Whether Quong was 90 years old in 1935 was an open question. Perhaps he was born in 1845, or several years later based on a U. S. government document found after his death. According to the
Tribune, Quong traveled from Hong Kong to Virginia City, Nev., where he worked as a “cook’s helper.” He moved on to Stockton, Calif., where many Chinese worked as agricultural laborers, and then traveled to Willcox, a southeastern Arizona cattle town. Attracted by the silver excitement in Tombstone, Quong moved again, soon partnering with Ah Lum in the Can-Can. “Cowman and miner, gambler and gunman, officer and rustler, they were all friends of Quong,” the
In a lengthy story on the January funeral service, The Epitaph conceded, “Facts concerning the life of Quong Gee Kee are a scattered few, a series of incidents remembered by those who knew him best.” Quong “could tell stories of Virginia City at its wildest, of the coming of the railroad into the west, particularly of Stockton, California, where he owned a restaurant and fed the ‘yellow boys’ who worked for the railroad. He knew Willcox as a boom cattle town on the southwestern mesa, and, last, and most important of all, he knew Tombstone as it was in the days of its glory.
“Quong left China when a young man, but not before he had established citizenship there and was known among business associates as Gee Quong Bok, according to his statement on the Chinese New Year’s Day several years ago when he was interviewed as he passed warm doughnuts about the streets of this city.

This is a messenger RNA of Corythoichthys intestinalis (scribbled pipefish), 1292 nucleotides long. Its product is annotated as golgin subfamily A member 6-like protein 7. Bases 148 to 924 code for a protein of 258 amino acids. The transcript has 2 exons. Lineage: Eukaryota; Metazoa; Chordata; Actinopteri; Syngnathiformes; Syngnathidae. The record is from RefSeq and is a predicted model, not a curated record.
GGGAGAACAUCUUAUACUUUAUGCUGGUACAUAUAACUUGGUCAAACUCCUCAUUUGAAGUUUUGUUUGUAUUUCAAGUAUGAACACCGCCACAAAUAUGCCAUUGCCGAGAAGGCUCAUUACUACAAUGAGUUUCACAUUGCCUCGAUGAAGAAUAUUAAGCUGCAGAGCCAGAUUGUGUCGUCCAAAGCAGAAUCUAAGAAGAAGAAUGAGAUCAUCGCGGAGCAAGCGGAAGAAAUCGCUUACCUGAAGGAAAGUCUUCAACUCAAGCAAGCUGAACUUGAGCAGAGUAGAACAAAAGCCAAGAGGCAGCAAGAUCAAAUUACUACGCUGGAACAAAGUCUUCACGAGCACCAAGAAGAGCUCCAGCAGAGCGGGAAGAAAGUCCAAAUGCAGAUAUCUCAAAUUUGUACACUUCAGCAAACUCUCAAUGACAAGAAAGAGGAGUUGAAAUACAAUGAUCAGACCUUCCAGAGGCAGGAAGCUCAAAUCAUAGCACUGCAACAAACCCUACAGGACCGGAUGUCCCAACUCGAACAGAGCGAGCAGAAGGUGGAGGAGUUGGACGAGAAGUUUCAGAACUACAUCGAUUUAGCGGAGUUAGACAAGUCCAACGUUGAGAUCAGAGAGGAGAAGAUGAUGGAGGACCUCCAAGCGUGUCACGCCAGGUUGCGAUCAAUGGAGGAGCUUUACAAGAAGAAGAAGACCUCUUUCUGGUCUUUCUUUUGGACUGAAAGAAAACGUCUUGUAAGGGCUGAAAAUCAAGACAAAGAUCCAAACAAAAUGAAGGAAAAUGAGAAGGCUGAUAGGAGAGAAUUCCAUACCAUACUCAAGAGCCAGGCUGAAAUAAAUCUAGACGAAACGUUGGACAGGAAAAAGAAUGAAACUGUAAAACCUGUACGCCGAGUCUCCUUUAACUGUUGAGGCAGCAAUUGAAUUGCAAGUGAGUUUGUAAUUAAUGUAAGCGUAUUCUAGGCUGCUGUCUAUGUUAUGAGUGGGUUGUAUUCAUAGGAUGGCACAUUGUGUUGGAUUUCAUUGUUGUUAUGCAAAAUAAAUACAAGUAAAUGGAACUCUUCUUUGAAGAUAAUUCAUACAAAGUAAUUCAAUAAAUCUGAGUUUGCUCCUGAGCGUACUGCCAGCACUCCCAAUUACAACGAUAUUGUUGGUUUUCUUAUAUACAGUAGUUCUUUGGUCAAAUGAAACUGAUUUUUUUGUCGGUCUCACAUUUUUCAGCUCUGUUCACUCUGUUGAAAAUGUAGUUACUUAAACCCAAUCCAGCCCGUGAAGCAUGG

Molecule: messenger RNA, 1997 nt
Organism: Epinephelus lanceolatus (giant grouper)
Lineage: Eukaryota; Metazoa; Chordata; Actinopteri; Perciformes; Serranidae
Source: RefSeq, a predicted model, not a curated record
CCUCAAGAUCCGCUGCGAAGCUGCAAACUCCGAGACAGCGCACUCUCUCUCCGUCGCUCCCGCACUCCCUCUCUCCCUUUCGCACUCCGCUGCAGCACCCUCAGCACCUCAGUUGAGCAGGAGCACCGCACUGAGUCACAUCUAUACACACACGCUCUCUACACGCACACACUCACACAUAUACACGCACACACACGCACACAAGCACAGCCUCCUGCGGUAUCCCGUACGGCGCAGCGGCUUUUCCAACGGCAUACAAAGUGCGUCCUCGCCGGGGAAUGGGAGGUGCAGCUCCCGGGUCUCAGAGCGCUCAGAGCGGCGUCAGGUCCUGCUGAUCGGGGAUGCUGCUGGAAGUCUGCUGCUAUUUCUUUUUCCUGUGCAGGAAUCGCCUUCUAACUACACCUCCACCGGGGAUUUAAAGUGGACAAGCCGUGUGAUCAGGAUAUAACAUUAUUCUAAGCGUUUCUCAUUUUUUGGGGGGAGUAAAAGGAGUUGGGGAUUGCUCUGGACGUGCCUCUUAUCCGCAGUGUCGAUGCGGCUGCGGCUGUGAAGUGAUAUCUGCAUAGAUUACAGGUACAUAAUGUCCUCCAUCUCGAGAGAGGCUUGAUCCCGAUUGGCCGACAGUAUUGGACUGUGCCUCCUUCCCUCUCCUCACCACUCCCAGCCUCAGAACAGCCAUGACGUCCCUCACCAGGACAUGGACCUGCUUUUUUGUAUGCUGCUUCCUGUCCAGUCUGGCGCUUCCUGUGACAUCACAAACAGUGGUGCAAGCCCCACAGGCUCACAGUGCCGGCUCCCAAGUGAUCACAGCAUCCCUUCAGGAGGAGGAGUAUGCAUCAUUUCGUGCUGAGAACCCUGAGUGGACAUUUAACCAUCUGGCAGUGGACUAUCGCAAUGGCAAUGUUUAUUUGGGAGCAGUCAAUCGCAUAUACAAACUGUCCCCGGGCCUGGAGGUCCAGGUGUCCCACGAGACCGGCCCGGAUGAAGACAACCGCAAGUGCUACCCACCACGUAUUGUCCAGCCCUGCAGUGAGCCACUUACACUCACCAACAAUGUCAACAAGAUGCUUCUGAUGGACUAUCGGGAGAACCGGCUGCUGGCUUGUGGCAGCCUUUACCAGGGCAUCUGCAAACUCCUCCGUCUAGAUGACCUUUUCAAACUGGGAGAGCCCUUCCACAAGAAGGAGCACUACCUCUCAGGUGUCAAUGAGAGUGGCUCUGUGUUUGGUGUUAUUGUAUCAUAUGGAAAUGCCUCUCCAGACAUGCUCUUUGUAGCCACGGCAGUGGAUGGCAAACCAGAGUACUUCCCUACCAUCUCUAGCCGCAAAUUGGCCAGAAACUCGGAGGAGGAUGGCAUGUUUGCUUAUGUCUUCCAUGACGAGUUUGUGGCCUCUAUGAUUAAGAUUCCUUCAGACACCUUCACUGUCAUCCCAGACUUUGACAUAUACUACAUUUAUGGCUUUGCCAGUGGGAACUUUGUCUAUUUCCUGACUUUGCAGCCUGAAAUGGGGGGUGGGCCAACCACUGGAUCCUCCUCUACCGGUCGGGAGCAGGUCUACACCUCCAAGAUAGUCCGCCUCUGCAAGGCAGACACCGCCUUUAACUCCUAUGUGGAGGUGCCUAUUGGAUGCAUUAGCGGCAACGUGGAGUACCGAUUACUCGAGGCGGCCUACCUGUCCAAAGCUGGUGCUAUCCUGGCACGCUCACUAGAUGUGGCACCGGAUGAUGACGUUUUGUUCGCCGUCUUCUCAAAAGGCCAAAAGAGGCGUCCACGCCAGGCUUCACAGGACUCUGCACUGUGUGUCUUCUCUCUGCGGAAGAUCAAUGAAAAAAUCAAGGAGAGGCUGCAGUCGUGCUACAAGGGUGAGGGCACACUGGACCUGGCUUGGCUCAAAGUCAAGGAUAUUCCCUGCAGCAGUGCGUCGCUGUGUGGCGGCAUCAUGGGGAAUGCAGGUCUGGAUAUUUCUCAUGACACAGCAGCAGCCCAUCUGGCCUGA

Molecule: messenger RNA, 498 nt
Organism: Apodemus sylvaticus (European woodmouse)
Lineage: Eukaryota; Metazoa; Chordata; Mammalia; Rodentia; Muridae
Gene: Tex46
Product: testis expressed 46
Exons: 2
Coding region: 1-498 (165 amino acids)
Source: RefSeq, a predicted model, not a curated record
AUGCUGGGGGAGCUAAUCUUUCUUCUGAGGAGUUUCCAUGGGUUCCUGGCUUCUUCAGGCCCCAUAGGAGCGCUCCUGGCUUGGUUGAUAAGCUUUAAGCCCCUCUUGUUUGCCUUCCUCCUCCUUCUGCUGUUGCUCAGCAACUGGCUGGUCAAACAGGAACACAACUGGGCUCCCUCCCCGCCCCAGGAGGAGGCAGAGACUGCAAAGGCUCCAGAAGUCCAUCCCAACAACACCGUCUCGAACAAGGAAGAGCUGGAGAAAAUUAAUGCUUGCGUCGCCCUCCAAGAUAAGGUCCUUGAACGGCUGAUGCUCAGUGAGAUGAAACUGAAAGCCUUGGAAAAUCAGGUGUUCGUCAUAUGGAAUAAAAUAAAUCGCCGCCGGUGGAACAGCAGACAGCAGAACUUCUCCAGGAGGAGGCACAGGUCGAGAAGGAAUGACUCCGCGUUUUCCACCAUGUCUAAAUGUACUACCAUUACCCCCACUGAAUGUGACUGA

“He returned to his native county just once, and departing, left a wife and unborn son whom he was never to see. The son died about two years ago at the sage of sixty years.” The son’s death was reported in
The Epitaph on Nov. 7, 1935. “Although the son was 65 years of age, Quong had never seen him,” the story said. “Quong left China two months before his son’s birth and has never returned to his native land.”
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John Clum Puts Geronimo in Irons – While in New York in 1890, John P. Clum, former Indian agent at the San Carlos Apache Reservation, recalled his 1877 capture of Geronimo, the Apache renegade, at Ojo Caliente, N. M., in 1877 – nine years before Geronimo’s final surrender to the U. S. Army in 1886. Speaking to a
New York Herald reporter, Clum recounted how he was sent to Ojo Caliente to apprehend the Indian leader believed responsible for depredations in Arizona, New Mexico, and Sonora, Mexico. Geronimo was subsequently released after his 1877 capture by the Indian agent who succeeded Clum at San Carlos. In Clum’s view, Geronimo’s release was a mistake, one that ensured Apache depredations would continue until his final surrender nine years later.
In Search of the Great Western Trail – The Great Western Trail, which extends through nearly all of Utah and most of northern Arizona, is a trail in the making. Long discussed, studied, and applauded, much of the proposed route between the Arizona-Mexico border and the top of the Idaho Panhandle remains little more than a line on a map. Still, the segments that have been officially designated pass through some of the most scenic country in the interior West.
1877 Great Plains Hunting Guide – The Hunting Grounds of the Great Plains
certainly lived up to its name. While ostensibly a study of the Plains Indians, the book by U. S. Army Lt. Col. Richard Irving Dodge offered practical information for non-Indian hunters. Should one go out with a shotgun or rifle? What were the best types of sights and triggers? Should one hunt alone? Dodge had much to say about these and other matters. His methods seemed to work – during an 1872 Plains hunting trip, Dodge and his party bagged 1,262 animals, including 127 buffalo and 154 turkeys.
And Much More ‒ Our regular features, including Frontier Fare, YesterWest, the Adventures of Randy Jones and Booger Red, Twisted Tails, and the antics of the Buffalo Gals.